These drugs prepared in pharmacies have a number assigned by the pharmacist. It's not a marketing authorisation or registration number as described above.

 

 
How can I check if I am buying authorised medicines?

Buy your medicines ONLY through legal distribution channels:

  • In a licensed pharmacy
  • In case of medicinal products for human use and not subject to medical prescription, possibly via the website of a licensed pharmacy notified to the FAMHP and the Order of Pharmacists (list of notified sites).

By buying drugs outside the legal distribution channels you may receive counterfeit or falsified medicines and / or you may use them improperly.

Their quality, safety, efficiency cannot be guaranteed as these medicines sold outside the legal channels evade the control of the competent authorities (see the "Medicines by internet! Do not surf with your health!” campaign).

 

What tools does the FAMHP make available to me to recognize an authorised medicinal product?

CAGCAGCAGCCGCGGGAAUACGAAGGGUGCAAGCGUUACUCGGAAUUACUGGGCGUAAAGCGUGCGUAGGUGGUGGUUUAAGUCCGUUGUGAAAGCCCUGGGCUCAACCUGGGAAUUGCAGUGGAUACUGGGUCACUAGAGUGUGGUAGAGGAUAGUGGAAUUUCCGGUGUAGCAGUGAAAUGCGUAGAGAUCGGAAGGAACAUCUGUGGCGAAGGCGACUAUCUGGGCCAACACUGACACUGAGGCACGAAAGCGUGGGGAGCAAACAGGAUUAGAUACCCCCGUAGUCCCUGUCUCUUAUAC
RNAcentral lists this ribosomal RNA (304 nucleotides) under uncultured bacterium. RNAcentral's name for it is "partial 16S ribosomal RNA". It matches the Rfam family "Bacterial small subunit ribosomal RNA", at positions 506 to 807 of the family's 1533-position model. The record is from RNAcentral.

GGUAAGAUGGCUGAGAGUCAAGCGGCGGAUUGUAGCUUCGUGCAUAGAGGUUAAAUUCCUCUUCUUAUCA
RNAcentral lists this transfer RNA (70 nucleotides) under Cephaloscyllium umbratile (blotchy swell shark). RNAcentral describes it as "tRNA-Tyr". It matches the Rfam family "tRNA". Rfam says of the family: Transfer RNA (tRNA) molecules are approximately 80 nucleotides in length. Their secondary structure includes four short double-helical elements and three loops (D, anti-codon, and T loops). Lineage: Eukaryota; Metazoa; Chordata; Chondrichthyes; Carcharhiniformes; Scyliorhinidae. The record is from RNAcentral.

The FAMHP offers three sources of information.

The database of authorised medicinal products which allows you to see if the medicine you are looking for is indeed authorised or registered.

Click here to view
- The database of authorised or registered medicinal products for human use
- The database of authorised medicinal products for veterinary use

The patient information leaflet (which is in the packaging) and the summary of product characteristics or SPC (especially intended for health professionals) of each medicine were approved at the time of the marketing authorisation or registration and constitute the information and the reference for its appropriate and safe prescription, delivery and use.

These documents are available via the following links

- Patient information leaflets and SPC of authorised and marketed medicines for human use
- Leaflets for the public and SPC of authorised and marketed medicines for veterinary

 

 

 

Last updated on 18/07/2017